Another option is the establishment of a "conciliation commission" (under Annex V of UNCLOS) under the aegis of the United Nations. The problem, however, is that the commission's final adjudication will not be binding, assuming China will agree to participate at all. So at best, we can get an advisory opinion on the South China Sea disputes.

The Real Battle In less than two years, China has reportedly reclaimed 810 hectares across the South China Sea. In the words of the U.S. defense chief, Ashton Carter, China's reclamation activities are tantamount to "more than all other claimants' [construction activities] combined...and more than in the entire history of the region."

Obviously, the real fight is the scramble on the ground. Last year, the Philippine government temporarily postponed the refurbishment of its facilities on the Thitu Island (Pag-Asa) in order to maintain its "moral high ground" amid the ongoing trial at The Hague. This was a huge strategic mistake, which was thankfully reversed later on, when Manila discovered the scale and pace of Chinese reclamation activities in the area. Worryingly, as China begins to dominate the airspace and the seascape in the area, it has tried to even restrict the movement of Philippine reconnaissance mission - and pose threat to the Southeast Asian country's supply-lines in the area.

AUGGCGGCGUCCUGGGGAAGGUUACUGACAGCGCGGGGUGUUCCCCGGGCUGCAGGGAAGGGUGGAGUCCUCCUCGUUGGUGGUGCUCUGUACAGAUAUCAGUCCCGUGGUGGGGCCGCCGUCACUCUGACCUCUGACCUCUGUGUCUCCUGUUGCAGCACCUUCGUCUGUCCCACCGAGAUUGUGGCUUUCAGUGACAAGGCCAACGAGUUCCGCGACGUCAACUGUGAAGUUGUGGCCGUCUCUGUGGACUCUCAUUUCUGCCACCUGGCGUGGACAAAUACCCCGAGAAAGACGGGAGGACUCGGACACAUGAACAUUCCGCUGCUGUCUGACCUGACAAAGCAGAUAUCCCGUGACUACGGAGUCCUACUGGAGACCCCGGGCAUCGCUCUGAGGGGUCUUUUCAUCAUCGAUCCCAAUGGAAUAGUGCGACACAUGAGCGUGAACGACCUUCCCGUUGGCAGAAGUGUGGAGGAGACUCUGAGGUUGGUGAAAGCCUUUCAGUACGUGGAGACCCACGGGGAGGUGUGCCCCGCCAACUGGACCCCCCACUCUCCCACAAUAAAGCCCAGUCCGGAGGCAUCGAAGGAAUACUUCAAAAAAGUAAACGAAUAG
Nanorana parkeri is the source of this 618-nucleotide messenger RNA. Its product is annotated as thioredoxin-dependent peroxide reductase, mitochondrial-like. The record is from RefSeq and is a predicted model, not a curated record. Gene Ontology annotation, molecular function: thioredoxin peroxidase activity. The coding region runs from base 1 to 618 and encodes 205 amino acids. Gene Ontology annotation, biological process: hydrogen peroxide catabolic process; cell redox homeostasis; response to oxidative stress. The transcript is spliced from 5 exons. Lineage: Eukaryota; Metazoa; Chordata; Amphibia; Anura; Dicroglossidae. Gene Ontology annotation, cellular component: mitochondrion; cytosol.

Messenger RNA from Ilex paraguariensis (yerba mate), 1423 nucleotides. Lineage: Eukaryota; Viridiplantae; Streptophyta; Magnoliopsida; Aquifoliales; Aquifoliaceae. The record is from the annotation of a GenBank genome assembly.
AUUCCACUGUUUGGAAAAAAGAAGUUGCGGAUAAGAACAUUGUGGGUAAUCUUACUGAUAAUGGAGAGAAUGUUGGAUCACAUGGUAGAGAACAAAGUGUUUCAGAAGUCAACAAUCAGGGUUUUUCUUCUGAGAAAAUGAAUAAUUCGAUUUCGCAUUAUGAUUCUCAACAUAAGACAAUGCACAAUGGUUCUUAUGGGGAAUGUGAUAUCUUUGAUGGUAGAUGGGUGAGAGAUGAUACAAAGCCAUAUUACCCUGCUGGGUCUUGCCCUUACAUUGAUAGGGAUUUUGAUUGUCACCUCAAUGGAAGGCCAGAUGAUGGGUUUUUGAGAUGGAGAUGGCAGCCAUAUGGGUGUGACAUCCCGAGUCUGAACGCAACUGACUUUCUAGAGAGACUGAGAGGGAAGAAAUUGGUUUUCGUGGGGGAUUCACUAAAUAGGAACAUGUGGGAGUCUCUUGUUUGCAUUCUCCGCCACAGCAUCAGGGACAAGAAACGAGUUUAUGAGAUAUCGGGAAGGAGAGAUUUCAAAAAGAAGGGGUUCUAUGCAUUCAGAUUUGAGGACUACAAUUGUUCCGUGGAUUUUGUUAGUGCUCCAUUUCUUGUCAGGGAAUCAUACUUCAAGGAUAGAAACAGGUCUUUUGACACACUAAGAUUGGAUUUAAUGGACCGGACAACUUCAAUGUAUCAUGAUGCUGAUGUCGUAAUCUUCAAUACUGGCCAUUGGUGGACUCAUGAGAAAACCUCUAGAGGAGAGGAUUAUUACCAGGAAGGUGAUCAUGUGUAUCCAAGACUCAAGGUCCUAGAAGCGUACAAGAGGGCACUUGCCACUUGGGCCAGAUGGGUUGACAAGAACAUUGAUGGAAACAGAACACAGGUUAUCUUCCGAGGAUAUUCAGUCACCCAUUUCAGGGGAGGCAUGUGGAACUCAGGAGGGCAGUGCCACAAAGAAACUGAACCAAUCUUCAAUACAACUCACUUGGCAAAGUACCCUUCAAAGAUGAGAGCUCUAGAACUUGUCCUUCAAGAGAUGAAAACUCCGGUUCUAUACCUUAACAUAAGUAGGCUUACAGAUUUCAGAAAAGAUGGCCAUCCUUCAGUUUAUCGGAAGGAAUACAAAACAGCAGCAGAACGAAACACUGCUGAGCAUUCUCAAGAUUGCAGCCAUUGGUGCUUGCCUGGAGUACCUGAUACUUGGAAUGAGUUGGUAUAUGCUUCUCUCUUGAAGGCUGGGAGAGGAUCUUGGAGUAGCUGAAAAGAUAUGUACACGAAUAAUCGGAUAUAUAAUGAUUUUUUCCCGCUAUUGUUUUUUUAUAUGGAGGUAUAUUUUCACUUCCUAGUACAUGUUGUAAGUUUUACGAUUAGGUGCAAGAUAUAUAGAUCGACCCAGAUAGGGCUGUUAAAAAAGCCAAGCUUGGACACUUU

Make no mistake, the South China Sea disputes are not about morality, but instead about cold calculations vis-à-vis national interest considerations and territorial integrity. Practically all other claimant states in the South China Sea have been rapidly reinforcing their position on the ground in what is clearly a primarily Darwinian struggle of the fittest and most determined nations.

If anything, international law doesn't bar countries from resuming normal activities -- that is to say, refurbishment and maintenance of existing structures -- on occupied features, so long as they don't permanently alter its nature, which is exactly what China has been doing by transforming rocks and atolls into full-fledged islands. The Philippines was the first country to establish an airstrip and advanced military facilities in the Spratly chain of islands.

It, however, abandoned this initial advantage for a whole host of reasons -- from misallocation of funds and chronic corruption in the military and strategic overdependence on the United States to underinvestment in strategic weaponries and undervaluing of its possessions in the South China Sea-- which expose the lack of strategic acumen among many Filipino leaders.

As much as I admire the Philippine government's efforts to leverage prevailing international law to expose the paucity of China's questionable claims, it is high time for the Philippines to focus on fortifying its position on the ground, enhancing its own defensive capabilities, and re-orienting its national security strategy towards more concrete and tangible ways of defending its territorial integrity. This is not a battle of lawyers, but astute strategists.

A shorter version of this piece was published on CNN Philippines.